The effects of implementing the cooperative learning structure, numbered heads together, in chemistry classes at a rural, low performing high school
Master of Natural Sciences (MNS)
Natural Sciences (Interdepartmental Program)
Due to the positive academic results in numerous studies on cooperative learning and the need and desire to improve academic results in East Feliciana High School Chemistry classes, the implementation of a cooperative learning structure called “numbered heads together” was studied during the spring 2013 semester at this rural, low performing high school. Numbered heads together was utilized during three units of a Chemistry class with 24 students and three units of an AP Chemistry with 11 students after completion of two units taught without the use of any type of cooperative learning structure. Using pre- and post-tests, learning gain differences were analyzed using a Wilcoxon matched-pairs test to determine the effectiveness of numbered heads together versus the use of individualized learning only for whole classes, varying levels of academic performance, and gender. Results indicated the use of numbered heads together was more effective than individualized learning for boys in the Chemistry class and those students classified as “weaker performing students” in the Chemistry class. The use of numbered heads together was as effective as individual instruction for all other groups of students. Student surveys indicated more enjoyment and engagement in their Chemistry or AP Chemistry class using numbered heads together as opposed to individualized learning.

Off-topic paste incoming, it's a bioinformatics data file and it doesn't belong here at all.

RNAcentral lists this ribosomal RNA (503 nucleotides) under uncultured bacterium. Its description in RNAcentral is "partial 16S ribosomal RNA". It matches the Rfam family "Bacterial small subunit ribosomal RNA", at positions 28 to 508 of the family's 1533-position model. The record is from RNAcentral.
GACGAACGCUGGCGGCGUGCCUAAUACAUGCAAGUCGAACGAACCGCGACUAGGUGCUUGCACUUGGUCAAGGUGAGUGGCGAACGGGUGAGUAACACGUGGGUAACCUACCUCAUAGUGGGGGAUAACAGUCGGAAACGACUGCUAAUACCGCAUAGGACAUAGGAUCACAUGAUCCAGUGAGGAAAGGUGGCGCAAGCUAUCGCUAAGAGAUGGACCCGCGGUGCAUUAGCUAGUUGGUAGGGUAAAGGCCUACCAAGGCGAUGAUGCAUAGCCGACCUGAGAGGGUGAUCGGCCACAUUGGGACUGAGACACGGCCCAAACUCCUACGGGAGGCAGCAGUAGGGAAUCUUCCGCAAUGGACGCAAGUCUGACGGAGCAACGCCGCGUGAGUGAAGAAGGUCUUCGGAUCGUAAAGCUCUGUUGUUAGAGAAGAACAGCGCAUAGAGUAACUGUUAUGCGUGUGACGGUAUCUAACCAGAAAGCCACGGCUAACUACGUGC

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Baker, Daniel Paul, "The effects of implementing the cooperative learning structure, numbered heads together, in chemistry classes at a rural, low performing high school" (2013). LSU Master's Theses. 4241.
Wischusen, E William